Artist Leo Villareal and his team have been chosen to develop a series of installations that will light up the bridges along the River Thames in London, UK. Their contest-winning proposal, "Current," envisages colorful lighting installed on the 17 bridges from Tower Bridge to Albert Bridge.

The Illuminated River is a public art project that was launched earlier this year. Already funded to the tune of £10 million (US$12.4 million) by private and philanthropic backers, it is aimed at celebrating the River Thames and making it more a part of London's night-time economy.

There are actually three parts to Villareal's concept, with the first being the lighting of the bridges. Villareal also intends to take control of commercial lighting along the banks of the river with the aim of giving coherence to the illumination scheme and using it for accompanying cultural projects. A third component of the project will see a series of as yet undefined "immersive installations" accompany the lighting.

"In order to nuance the concept design and create presence and legibility, we intend to take time to study the river in all its manifestations," explains Villareal in a press release. "We want to listen to Londoners in developing the scheme to deliver at all levels of art and light, urban design and architecture, the environment and sustainability. Our aim is for a lighting masterplan which reduces pollution and wasted energy, is sensitive to history and ecology and subtly rebalances the ambient lighting on the river to provide a beautiful nighttime experience for residents and visitors."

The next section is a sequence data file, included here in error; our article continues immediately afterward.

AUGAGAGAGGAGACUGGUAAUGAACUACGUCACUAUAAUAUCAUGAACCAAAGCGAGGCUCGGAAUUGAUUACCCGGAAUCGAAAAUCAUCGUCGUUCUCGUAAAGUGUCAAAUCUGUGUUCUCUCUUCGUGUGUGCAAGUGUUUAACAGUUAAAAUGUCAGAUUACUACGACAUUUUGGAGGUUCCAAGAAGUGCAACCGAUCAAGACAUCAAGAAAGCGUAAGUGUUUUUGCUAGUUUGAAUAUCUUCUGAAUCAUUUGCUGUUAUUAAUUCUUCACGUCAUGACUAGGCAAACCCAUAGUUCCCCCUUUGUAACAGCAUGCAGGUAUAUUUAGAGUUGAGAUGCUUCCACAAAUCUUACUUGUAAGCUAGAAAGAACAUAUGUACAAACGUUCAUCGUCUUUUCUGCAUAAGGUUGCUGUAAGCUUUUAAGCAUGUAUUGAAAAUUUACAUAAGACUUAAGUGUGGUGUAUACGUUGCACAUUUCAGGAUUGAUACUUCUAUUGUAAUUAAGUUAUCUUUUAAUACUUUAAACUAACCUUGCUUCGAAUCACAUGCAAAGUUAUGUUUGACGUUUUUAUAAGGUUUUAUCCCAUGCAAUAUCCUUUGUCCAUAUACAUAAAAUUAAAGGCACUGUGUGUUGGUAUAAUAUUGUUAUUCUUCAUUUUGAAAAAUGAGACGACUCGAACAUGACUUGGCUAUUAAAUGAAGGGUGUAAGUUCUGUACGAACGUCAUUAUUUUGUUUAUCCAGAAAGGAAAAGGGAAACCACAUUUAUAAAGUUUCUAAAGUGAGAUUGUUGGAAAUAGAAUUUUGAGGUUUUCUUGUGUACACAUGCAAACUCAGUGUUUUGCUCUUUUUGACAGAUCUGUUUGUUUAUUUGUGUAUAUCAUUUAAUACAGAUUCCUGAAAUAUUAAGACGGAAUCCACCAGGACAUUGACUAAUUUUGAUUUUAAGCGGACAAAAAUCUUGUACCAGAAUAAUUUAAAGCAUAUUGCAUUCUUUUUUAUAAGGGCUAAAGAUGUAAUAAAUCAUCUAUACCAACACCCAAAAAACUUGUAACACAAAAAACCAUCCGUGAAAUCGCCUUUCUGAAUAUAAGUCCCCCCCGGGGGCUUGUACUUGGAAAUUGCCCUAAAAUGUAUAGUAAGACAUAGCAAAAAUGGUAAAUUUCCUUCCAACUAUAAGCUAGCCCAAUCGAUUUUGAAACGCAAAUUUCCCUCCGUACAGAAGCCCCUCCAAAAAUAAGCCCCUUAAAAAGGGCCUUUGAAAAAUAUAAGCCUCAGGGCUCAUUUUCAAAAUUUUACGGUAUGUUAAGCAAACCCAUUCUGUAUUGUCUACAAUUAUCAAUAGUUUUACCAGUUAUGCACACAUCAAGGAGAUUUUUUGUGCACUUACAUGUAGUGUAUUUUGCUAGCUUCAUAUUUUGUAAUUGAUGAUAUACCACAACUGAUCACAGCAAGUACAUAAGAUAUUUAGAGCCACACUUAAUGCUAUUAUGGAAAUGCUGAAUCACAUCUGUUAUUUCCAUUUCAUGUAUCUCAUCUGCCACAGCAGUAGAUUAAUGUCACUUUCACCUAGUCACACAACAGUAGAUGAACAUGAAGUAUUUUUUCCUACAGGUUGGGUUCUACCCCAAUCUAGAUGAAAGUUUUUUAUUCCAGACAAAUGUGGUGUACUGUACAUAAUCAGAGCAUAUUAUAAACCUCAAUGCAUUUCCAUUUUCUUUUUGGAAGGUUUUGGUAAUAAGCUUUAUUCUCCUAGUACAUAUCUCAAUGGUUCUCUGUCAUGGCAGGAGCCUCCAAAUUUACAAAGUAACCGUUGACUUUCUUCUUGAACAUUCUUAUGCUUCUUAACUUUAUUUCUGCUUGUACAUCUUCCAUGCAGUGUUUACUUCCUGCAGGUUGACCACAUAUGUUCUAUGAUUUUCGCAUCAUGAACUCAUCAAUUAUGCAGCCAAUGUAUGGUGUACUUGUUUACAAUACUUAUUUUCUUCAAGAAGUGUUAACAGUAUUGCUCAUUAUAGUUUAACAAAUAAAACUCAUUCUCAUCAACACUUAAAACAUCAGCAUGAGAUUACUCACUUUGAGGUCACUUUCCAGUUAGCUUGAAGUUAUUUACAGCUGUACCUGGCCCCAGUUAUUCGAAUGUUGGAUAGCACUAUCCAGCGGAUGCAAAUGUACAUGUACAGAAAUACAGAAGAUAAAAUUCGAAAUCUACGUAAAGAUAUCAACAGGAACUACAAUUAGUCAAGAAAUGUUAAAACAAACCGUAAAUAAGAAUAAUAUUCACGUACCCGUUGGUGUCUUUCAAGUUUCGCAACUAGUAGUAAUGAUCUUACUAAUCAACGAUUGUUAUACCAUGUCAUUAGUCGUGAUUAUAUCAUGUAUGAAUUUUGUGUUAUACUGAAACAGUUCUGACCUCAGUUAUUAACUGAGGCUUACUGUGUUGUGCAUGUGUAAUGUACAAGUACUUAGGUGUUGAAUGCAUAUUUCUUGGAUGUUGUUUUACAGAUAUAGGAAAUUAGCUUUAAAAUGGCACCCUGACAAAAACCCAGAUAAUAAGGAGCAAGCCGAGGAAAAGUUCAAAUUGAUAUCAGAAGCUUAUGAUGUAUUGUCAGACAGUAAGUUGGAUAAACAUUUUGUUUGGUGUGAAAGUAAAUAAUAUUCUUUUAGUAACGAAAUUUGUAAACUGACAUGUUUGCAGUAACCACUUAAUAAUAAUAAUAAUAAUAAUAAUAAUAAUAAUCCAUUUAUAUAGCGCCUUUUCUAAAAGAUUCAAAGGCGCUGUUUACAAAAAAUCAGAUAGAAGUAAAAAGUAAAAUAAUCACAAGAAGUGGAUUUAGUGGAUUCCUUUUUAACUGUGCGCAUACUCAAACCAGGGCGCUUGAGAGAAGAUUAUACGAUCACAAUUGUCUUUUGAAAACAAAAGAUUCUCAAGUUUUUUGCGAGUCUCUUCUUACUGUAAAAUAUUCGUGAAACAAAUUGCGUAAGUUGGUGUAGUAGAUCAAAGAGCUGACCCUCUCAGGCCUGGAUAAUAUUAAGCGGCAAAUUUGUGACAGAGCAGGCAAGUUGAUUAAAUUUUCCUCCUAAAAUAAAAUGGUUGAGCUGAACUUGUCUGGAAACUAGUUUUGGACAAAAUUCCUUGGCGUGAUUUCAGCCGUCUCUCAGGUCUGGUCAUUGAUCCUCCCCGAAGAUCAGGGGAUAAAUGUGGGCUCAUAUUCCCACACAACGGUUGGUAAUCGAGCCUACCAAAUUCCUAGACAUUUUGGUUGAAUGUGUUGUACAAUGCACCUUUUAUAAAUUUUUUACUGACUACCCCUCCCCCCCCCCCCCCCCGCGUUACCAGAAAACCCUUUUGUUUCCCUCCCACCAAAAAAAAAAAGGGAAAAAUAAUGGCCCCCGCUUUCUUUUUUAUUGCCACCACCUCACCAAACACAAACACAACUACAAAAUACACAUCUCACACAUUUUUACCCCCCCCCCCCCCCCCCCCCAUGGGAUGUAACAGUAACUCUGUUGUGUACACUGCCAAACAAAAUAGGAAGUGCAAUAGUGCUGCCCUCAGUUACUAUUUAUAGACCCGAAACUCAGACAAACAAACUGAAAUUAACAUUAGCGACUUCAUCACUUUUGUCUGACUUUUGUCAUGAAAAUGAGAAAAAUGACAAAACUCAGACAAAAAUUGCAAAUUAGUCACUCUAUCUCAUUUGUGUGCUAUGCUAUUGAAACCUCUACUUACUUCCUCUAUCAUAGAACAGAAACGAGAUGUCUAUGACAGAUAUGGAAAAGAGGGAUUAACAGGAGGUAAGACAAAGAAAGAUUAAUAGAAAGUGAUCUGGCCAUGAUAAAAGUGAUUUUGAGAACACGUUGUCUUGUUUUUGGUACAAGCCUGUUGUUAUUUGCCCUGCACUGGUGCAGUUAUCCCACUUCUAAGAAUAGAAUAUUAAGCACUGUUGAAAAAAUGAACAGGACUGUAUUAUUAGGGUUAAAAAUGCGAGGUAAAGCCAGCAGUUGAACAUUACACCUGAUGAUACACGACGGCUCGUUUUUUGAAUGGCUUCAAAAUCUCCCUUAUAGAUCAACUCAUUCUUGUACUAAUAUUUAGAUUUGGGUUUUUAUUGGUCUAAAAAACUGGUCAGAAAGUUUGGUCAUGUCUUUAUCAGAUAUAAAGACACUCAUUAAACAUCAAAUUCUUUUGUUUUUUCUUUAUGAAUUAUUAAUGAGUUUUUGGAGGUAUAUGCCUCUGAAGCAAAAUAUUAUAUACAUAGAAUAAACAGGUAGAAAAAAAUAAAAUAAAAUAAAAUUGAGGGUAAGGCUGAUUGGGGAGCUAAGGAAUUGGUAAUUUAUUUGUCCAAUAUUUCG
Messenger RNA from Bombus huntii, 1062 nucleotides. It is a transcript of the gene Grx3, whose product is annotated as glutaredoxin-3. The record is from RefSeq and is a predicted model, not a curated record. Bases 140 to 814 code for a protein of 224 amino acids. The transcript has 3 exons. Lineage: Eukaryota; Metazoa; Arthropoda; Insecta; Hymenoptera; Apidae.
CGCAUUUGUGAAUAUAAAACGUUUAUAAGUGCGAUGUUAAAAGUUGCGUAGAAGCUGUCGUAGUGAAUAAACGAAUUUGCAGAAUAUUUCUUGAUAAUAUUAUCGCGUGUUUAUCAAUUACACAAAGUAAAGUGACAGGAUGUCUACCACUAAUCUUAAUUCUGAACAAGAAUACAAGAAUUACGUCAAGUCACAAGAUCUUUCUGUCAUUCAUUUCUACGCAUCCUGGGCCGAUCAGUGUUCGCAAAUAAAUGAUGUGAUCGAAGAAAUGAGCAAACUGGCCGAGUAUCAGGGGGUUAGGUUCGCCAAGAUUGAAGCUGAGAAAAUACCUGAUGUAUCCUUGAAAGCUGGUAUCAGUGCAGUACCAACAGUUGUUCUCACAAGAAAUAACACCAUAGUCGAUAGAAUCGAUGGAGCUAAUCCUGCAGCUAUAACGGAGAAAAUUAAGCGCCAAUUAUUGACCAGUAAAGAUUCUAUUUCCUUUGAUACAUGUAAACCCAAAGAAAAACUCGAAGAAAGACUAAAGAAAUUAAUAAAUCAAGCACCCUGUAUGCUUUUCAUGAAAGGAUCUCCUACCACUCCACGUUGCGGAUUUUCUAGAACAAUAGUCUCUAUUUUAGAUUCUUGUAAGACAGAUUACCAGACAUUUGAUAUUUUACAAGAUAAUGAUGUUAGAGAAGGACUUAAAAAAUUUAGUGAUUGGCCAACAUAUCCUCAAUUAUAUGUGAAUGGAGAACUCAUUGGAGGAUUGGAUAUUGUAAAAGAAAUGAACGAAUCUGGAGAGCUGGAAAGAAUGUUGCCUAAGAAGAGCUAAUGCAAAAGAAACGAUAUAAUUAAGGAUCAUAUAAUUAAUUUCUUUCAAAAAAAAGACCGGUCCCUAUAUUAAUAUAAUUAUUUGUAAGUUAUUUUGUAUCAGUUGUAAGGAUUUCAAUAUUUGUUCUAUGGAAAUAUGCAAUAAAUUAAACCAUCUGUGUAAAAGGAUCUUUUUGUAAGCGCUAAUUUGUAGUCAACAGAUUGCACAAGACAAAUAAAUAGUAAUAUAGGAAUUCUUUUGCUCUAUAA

Of the 17 bridges that will be involved, four examples have been provided. The plan is for London Bridge to be fitted with 498 LED lights that will be used to create a wash of warm colors that will move and change over time.

At Waterloo Bridge, 640 LEDs will be used to create a wash of light on its underside. In keeping with the many tones and colors in which the bridge has been portrayed by artists, the colors used will be a variety of pinks and reds.

Westminster Bridge will be fitted with 406 LEDs that will be sequenced to change based on the cycle of the tide. The bridge will be washed in soft violet and blue tones to complement its green paint, which matches the seats in the nearby House of Commons.

Finally, Chelsea Bridge will be bathed in warm white tones, sequenced to change randomly. Like the other bridges, its underside will be lit, using 172 LEDs, but it will also have 3,016 LED nodes along the cables and bars that comprise its suspension structure.

Villareal intends to use Philips LED luminaires for the project, having worked with them previously. He believes he can achieve a 50 percent reduction of the current amount energy used to light the bridges. Proposed luminescence levels for each bridge, meanwhile, are aimed at ensuring they stand out without being overly bright.

The Illuminated River received submissions from 105 teams in 20 countries, while 10,000 people visited an exhibition of the six shortlisted proposals during November. Villareal's team will now develop its concept over the course of next year.

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